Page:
Back in 2017 I wrote about Happy Death Day, a surprising little left-field delight of a movie.
It took the simple premise of reworking Groundhog Day as a slasher flick, and explored the possibilities with cheeky good humour.
The film deservedly became a minor classic. And when I discovered there was a sequel, I was eager to see it.
The first movie was written by Scott Lobdell and directed by Christopher Landon. This one is both written and directed by Landon, and I have to say — as much as I am wary of a director taking over another writer's creation — he's done a great job.
The premise of Happy Death Day was that a rather unpleasant and vain young university student, Tree Gelbman (brilliantly played by Jessica Rothe), is given a chance for growth and self improvement — the hard way...
By being stuck in a time loop whereby every morning she wakes up on her birthday and ends up getting murdered. The plot of the film followed Tree's attempts to work out who her mystery killer was, and charted her development as a character.
The new film takes this concept and runs with it, inventively and amusingly exploring variations.
For one thing, it focuses not on Tree at all but on Ryan, a minor character from the first movie played by Phi Vu. My disappointment about this soon faded as the movie cleverly drew me in.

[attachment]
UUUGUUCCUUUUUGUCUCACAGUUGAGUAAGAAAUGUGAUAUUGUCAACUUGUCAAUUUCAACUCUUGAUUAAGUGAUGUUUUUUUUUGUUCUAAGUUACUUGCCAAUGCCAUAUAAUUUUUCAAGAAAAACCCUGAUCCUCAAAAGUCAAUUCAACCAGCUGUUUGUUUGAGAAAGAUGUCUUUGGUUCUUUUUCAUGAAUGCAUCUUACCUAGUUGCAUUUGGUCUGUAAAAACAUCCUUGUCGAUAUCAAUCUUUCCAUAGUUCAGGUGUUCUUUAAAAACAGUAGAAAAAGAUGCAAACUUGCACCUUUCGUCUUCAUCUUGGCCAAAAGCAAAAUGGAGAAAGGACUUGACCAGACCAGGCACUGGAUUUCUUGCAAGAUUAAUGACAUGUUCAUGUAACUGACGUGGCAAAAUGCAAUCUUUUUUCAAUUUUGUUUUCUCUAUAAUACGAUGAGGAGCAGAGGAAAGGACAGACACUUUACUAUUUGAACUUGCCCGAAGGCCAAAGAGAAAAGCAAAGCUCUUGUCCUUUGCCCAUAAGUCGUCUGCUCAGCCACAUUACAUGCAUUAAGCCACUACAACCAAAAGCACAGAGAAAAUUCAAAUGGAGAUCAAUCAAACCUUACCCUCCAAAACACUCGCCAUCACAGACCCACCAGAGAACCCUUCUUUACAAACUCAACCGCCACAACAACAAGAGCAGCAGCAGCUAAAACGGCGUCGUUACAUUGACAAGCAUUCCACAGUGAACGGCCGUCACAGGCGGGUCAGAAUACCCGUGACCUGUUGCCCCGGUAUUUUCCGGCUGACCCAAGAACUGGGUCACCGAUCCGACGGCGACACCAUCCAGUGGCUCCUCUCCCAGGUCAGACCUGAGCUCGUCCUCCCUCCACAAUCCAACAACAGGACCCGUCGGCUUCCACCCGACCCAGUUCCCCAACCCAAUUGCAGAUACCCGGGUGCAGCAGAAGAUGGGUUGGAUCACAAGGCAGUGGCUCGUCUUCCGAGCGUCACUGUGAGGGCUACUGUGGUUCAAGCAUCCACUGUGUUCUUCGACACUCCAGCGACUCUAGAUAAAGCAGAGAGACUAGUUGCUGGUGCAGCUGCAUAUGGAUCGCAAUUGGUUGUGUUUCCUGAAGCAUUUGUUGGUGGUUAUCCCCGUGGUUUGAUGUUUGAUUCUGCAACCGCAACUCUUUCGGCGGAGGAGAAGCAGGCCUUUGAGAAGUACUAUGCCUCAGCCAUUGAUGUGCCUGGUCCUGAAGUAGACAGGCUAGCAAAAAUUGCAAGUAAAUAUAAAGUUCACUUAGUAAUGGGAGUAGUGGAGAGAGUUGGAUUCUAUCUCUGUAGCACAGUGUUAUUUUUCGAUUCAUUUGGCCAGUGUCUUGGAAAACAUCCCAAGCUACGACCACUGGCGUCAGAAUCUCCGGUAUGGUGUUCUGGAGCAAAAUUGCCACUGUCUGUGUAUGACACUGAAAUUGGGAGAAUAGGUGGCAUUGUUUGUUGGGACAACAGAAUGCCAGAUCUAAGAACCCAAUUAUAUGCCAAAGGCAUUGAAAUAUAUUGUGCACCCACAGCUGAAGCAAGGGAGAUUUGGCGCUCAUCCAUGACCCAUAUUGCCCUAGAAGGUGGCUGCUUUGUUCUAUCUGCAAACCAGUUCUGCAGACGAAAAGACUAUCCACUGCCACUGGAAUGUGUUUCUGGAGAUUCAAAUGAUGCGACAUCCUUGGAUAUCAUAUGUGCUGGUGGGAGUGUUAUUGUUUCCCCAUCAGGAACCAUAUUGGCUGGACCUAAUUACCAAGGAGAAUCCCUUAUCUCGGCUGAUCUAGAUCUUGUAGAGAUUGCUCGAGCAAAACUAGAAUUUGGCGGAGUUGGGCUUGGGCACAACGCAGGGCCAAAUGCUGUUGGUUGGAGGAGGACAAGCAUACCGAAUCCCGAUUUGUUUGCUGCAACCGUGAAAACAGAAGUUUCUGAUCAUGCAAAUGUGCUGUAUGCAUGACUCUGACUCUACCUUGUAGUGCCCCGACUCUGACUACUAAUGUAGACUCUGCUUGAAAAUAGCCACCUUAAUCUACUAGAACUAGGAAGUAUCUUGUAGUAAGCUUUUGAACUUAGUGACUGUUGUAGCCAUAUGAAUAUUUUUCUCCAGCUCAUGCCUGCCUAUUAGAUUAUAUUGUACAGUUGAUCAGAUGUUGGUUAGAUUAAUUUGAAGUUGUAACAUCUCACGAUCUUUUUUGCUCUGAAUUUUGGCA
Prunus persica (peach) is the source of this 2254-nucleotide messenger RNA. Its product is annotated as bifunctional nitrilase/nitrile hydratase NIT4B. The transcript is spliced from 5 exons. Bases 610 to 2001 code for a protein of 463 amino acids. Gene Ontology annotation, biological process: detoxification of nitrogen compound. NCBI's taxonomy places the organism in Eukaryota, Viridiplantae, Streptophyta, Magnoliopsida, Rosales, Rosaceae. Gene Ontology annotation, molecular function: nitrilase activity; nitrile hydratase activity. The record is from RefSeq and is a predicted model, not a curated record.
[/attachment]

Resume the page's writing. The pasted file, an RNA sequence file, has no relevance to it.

And then Tree turns up after all! At first she is apparently herself a minor character in Ryan's narrative.
But then she's gradually moved to the centre of things and it turns out that this indeed her story, and it's exactly the sequel that I (and millions of other viewers) wanted it to be.
Full marks to Christopher Landon for so imaginatively manipulating our expectations.
Once again we're plunged into a time loop narrative, involving a killer wearing a baby-face mask, representing the mascot at the university in the story — "Who chooses a creepy baby for a mascot, anyway?" says Ryan. "I knew I should have gone to MIT."
This sequel is more of an ensemble piece, throwing Tree in with Ryan and a group of other students, mostly physicists.
Because Landon has fashioned a non-supernatural rationale for the time loop, involving a science experiment gone wrong (or maybe gone right, depending on your point of view). So Tree has allies to help her solve the puzzle: "We're scientists. This is what we do."
And the solution involves our old friend, the multiple universe theory — "Do I look like someone who knows what a multiverse is?" asks the blonde, pretty Tree.
only complaint about Happy Death Day 2U is that the first movie had one of the greatest title
sequences that I've ever seen. The title sequence for this one is
Never mind. This movie is ingenious, funny, audacious and — most unexpectedly — very moving. Because Tree finds herself in an alternate universe where her beloved late mother is alive again...
Seldom has a sequel added so much value to the concept of the original. Nice work, Christopher Landon.
(Image credits: There is only one official poster for this film, and it comes from Imp Awards. Luckily there are a load of striking alternative designs at Talent House, where there certainly is a lot of talent on display. The clock face one is from Reddit. The photographic one is from Deviant Art. )